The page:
Posted by: K. Chayka
on: 2013-08-14 17:26:12

Chris, there won't be any benefit to butterflies (or anything else) by planting birds-foot trefoil. You'll just be spreading an invasive species to new locations. Most of our sponsor native plant nurseries (see "where to buy native plants and seeds") sell butterfly or other wildlife garden packs/kits. If your intent is to serve native insects, this is a good way to go if you aren't sure what to plant.

Posted by: Marc - Grant County
on: 2014-08-21 11:14:15

This is an exotic/invasive species and acts like one. Do not be fooled by the pretty flower...it is a menace and has taken over many cities. Mowing will not kill it only chemicals will. Control it now, before it spreads. Unfortunately it is not declared a noxious weed yet, but it should be. Minnesotans, do not plant this invasive weed!

Posted by: Melissa - Bemidji
on: 2015-06-21 12:29:46

These are growing alongside the Paul Bunyan State Trail going south out of Bemidji.

Posted by: Nancy - St Louis Park 55426
on: 2015-06-27 12:59:31

Our condominium has a prairie grass area which is being invaded by what I think is birds-foot trefoil. Is there an effective biologic option for controlling it. How to eradicate it without harming other wildflowers and plants?

Posted by: Jim - border Iowa
on: 2015-07-06 13:59:08

How the times have changed. When I was in Ag College years ago, anyone who grazed cattle and did not have birdsfoot trefoil or crown vetch was missing the boat. Nutritious, soil-holding and hardy. We had a heckuva time getting it to grow and now it is everywhere it seems.

Posted by: K. Chayka
on: 2015-07-06 14:39:57

Jim, that was just marketing talk from the MN Crop Improvement Association and it was largely a lie, just so they could sell more weeds to unsuspecting and gullible farmers and resource managers.

Posted by: Shannon - Park Rapids
on: 2015-08-29 19:03:23

Found these in Heartland Park near the wooded area of the Fishhook River. They are spread throughout the grass in the park- pretty little flowers, I was surprised when I "invasive".

Posted by: Joey - Sibley co.
on: 2016-06-22 11:21:53

Don't any of you people have your own opinion? Just because others call it invasive doesn't mean it a bad plant. So what if it grows in the wild. Tell me what is it hurting? You would rather have thousands of gallons of chemical sprayed to kill it? It's here to stay. God gave us these flowers for a reason. To the person that said its no good for anything, you're wrong. It's an excellent nectar and pollen plant for the honeybees. It's people with these idiotic ideas that cause the demise of birds butterflies and bees. Do research. Pick an invasive flower. See if it's a nectar and/ or flower producer.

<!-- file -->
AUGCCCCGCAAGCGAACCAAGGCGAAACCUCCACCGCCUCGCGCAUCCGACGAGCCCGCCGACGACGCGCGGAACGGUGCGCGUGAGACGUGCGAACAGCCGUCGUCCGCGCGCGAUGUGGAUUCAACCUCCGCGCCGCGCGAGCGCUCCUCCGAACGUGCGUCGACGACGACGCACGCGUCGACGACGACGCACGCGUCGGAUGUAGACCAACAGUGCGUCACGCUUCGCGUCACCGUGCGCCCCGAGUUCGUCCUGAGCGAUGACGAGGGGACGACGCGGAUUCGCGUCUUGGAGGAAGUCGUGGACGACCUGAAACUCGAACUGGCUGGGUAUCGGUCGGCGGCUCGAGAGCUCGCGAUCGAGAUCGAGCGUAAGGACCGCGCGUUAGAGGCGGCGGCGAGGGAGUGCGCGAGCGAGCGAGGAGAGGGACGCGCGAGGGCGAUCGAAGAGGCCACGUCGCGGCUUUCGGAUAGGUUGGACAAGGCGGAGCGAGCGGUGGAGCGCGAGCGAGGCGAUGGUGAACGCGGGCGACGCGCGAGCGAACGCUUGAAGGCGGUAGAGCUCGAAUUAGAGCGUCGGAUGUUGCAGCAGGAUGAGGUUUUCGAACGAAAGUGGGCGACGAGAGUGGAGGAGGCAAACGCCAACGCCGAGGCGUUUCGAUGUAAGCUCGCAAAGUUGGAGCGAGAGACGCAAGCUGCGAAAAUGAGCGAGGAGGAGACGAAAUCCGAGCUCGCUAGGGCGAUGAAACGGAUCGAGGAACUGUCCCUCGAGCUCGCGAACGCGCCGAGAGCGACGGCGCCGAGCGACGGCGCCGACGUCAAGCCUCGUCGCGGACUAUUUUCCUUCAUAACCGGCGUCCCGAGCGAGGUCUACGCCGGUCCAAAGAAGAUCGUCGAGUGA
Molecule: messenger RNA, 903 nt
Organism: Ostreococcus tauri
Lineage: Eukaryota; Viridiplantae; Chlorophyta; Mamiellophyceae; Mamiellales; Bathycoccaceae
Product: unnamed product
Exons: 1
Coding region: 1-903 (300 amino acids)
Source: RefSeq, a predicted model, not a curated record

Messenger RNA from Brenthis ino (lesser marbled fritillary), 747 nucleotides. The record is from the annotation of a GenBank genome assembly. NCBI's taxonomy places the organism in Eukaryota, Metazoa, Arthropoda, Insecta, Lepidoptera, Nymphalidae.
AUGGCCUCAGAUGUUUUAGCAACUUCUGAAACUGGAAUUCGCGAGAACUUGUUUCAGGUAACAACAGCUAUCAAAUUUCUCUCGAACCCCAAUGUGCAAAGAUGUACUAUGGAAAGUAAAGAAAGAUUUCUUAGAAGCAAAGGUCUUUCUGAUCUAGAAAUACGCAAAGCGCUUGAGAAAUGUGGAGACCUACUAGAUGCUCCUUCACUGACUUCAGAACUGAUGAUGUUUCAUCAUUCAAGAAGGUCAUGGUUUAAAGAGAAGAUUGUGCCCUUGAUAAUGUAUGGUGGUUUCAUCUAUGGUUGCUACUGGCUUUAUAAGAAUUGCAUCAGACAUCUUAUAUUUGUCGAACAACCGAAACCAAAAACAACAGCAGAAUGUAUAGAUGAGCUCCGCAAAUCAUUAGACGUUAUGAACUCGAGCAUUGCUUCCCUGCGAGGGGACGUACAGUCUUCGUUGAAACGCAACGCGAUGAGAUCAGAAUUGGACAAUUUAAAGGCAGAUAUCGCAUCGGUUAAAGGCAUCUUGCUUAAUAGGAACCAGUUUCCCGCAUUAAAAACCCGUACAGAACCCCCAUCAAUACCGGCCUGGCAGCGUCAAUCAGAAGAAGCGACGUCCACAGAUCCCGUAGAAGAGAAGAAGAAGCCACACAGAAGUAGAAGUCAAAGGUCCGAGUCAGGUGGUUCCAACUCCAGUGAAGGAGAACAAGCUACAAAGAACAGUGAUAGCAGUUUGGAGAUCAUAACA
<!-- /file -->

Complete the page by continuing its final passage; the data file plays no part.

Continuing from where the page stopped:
Posted by: K. Chayka
on: 2016-06-22 21:29:40

Joey, God did not give MN this plant - the MN Crop Improvement Assn. did, and there was no higher purpose other than there was profit to be made. The problem with the nectar/pollen argument is that the native plants that invasive species displace were the nectar/pollen source before the arrival of those invasives. With few exceptions, invasive species decrease diversity and degrade habitat for native insects and wildlife. BTW, honey bees are not native and are generalists that can feed on a variety of plants. Many native insects are specialists that need certain native plants to survive. You don't help the situation by replacing natives with exotic species.

Posted by: Jacquelynn G. - Hull–Rust–Mahoning Open Pit Iron Mine-Hibbing, MN
on: 2016-08-18 20:25:40

Growing among the Red Clover and grass adjacent to the viewing station parking lot.

Posted by: Clem - Merrifield, Crow Wing County
on: 2017-06-27 08:55:17

Along the ditch on Cty Road 3 east side of road by Ossipee

Posted by: susan s - Jay Cooke State Park area, NE Minn.
on: 2017-07-02 20:37:32

Quite common on the roadsides, along state Hwys 210 and 23, and county roads. I had no idea these pretty fragrant flowerswere invasive - thank you for this site!

Posted by: Jessica - Plymouth, MN
on: 2017-07-03 23:37:31

Spotted several clumps of these dainty looking flowers in the lawn at Heather Ponds Park in Plymouth. I'll be keeping an eye out at other parks too!

Posted by: Maureen L - Along hwy. 2 east of Duluth
on: 2017-07-05 13:46:37

I spend the summer in lower peninsula MI. at my cottage, live in TX., rest of year, born in MN. On our way to TRF, MN. I just had my husband stop the car so I could get a flower to maybe planting an area at cottage where not much grows in gravel. Guess I won't huh!! So sad, they are beautiful along the road. I have been commenting on them for miles!

Posted by: Tim U - North Hubbard Cty
on: 2017-07-24 11:17:00

Anybody know a common weedkiller that is effective at killing this invasive?

Posted by: Brenda Pittman - West of Faribault, Rice County
on: 2018-06-24 18:42:28

Found it while walking township road 195th St W.

Posted by: Steve Fester - Roseville
on: 2018-06-26 19:05:35

I spotted this today in Reservoir Woods Park near Dale and Roselawn in Roseville. Thanks for your website - it has been a very helpful resource as I learn about and plant natives in my yard. I will be making a donation soon, too.

Posted by: Edee Lund - Bemidji
on: 2018-07-26 18:18:30